Chewing gum holds promise for people with Parkinson’s. London researchers investigate with award from PSC
|LONDON, ON, October 20, 2009 . . . London, Ontario researchers are determining if chewing gum will help people with Parkinson’s disease to swallow better. With a grant from Parkinson Society Canada, neurologist Dr. Mandar Jog, and speech language pathologists Angie South and Stephanie Somers of the London Health Sciences Centre (LHSC), University of Western Ontario hope that chewing gum will help improve swallowing for people with Parkinson’s. |
“We hope that having people with Parkinson’s chew gum will improve their sensory motor memory,” says Dr. Mandar Jog, head of the Movement Disorder Program at LHSC.
According to Joyce Gordon, President and CEO of Parkinson Society Canada, a major problem for people with Parkinson’s disease is the difficulty they have swallowing as their disease progresses. “This kind of research goes a long way toward improving the quality of day to day living for people with Parkinson’s,” says Gordon.
The one year pilot project Sensorimotor priming for improving swallowing function in patients with Parkinson’s disease will test how long improvements in swallowing and secretion last if patients chew gum several hours a day.
“It’s already had a huge impact within our clinic,” South says of the response of those people who have tried it. “We’re having clients coming back saying they are swallowing better with meals”
Over 100,000 Canadians have Parkinson’s, a neurodegenerative disease that causes swallowing difficulty as the disease progresses.
The researchers are among five London grant recipients awarded funding by Parkinson Society Canada recognized at a Parkinson Society Southwestern Ontario event held Tuesday, October 20, 2009 in London.
Christine Cullion-Hicks ($44,000) and Ventzislava Hristova ($30,000) also received awards from PSC. With her Psychosocial Doctoral Award for Awareness of deficit in Parkinson’s disease – Understanding patient reality Cullion-Hicks hopes to improve the assessment, treatment and counseling that people with Parkinson's disease receive by identifying the difference between the neurological, cognitive, functional, and biomechanical deficits caused by Parkinson's disease, and finding out how people with Parkinson's actually perceive those deficits.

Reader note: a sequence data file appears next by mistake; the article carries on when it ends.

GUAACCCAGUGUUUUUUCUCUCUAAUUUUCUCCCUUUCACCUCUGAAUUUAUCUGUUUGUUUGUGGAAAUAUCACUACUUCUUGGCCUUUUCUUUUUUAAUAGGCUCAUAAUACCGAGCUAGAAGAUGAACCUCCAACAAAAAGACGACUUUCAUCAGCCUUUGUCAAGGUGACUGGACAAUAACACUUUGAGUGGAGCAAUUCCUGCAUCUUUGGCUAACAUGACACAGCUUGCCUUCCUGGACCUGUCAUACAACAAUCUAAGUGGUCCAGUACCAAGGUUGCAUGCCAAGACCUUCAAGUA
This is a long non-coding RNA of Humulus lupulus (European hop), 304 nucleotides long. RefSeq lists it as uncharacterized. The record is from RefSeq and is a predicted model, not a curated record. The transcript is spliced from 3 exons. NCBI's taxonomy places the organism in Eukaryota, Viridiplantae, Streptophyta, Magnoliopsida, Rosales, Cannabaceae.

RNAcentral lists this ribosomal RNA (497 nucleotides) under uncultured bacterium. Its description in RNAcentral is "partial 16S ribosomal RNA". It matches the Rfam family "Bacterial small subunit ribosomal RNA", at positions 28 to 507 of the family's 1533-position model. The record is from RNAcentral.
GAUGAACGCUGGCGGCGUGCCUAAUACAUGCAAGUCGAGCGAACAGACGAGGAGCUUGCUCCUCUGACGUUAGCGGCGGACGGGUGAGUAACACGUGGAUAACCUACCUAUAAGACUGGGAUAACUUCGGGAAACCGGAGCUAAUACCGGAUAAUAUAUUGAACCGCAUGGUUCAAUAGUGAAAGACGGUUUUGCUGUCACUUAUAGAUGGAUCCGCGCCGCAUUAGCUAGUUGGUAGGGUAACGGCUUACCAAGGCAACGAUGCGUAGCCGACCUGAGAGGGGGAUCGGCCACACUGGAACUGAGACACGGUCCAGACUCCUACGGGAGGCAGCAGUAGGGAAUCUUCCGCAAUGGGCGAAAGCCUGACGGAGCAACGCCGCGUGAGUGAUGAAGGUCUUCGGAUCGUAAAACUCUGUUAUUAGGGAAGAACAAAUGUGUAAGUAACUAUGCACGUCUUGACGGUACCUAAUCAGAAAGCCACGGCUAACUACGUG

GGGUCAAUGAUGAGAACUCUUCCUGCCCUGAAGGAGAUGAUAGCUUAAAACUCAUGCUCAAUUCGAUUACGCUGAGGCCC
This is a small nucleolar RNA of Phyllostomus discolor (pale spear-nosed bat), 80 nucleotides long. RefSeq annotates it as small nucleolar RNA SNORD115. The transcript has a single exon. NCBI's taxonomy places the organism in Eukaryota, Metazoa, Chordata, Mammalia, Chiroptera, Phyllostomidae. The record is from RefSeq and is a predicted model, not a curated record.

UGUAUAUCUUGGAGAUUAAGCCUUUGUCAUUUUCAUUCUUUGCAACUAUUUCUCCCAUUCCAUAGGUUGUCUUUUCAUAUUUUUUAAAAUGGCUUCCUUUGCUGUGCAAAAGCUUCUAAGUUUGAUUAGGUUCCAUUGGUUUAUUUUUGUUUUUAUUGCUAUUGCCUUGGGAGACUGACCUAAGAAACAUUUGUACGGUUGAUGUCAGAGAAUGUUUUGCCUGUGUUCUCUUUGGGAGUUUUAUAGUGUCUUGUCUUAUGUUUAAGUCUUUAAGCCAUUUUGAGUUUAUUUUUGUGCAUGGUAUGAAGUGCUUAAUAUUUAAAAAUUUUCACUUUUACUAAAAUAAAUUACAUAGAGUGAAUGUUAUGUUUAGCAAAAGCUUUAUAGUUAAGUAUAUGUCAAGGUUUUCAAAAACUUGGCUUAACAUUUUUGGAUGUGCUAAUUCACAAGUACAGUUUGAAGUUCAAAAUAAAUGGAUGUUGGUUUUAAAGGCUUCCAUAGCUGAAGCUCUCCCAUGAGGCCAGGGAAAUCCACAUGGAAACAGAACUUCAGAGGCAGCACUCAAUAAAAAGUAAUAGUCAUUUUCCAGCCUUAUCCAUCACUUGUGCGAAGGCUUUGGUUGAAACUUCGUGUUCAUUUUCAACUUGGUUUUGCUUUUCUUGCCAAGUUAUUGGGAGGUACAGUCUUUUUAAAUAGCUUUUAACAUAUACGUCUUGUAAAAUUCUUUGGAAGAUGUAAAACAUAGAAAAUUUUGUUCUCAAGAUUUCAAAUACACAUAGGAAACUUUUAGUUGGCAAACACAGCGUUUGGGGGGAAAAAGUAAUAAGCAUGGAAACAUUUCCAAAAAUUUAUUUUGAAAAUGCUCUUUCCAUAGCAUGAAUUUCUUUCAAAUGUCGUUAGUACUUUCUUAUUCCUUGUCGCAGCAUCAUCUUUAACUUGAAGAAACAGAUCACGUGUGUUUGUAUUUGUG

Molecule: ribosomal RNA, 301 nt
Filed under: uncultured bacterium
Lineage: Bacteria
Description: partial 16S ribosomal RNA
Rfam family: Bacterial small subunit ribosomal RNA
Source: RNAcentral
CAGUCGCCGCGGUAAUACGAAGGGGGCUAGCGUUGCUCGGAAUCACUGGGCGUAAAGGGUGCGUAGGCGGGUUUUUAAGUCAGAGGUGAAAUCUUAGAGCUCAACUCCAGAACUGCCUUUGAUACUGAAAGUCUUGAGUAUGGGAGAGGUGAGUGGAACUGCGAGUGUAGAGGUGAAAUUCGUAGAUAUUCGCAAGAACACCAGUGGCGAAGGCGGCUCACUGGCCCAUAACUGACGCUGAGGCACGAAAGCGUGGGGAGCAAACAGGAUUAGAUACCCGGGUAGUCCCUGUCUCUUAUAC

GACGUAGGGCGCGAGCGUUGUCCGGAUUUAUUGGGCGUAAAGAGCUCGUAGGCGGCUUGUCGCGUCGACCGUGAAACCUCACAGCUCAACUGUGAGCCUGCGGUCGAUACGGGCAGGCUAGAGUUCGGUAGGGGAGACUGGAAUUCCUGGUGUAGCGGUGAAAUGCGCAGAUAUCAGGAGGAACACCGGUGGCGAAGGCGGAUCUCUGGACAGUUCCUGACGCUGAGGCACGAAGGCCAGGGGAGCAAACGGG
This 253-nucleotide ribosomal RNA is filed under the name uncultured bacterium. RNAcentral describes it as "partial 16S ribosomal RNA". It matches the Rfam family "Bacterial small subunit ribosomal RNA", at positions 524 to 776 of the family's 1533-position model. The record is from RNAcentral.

Ventzislava Hristova, a PhD student in biochemistry received funding to study How Parkin mutations result in Autosomal Recessive Juvenile Parkinson’s (AJRP) and the physical structure of parkin, and how mutations affect its three-dimensional fold, which then prevents it from carrying out its normal activity in a cell. Studying the causes of cell death will lead to better understanding of how the neural degeneration begins and how the death of these cells is triggered in AJRP which may lead to better treatment, management and prevention.
“We are delighted to have so many young researchers engaged in efforts to make life better for people living with Parkinson’s,” said Carolyn Conners, CEO Parkinson Society Southwestern Ontario.
Funds presented to the grant recipients were raised in SuperWalk for Parkinson’s an annual fundraising event that has been taking place in Southwestern Ontario for the past 14 years. Parkinson Society Canada funds pilot grants, new investigator awards, basic research and clinical fellowships as well as graduate awards to encourage innovative ideas and foster emerging scientists who choose careers to further understand Parkinson’s disease.
This year, Parkinson Society Canada is funding 28 projects across Canada totaling $1,079,340. Grant applications are peer reviewed by Parkinson Society Canada’s Scientific Advisory Board comprised of Canada’s leading neurologists and respected members of the scientific community. Parkinson Society Canada is the only Canadian charitable organization dedicated to research, education, support and advocacy on behalf of over 100,000 Canadians living with Parkinson’s. 2010 will mark PSC’s 45th year of service in Canada.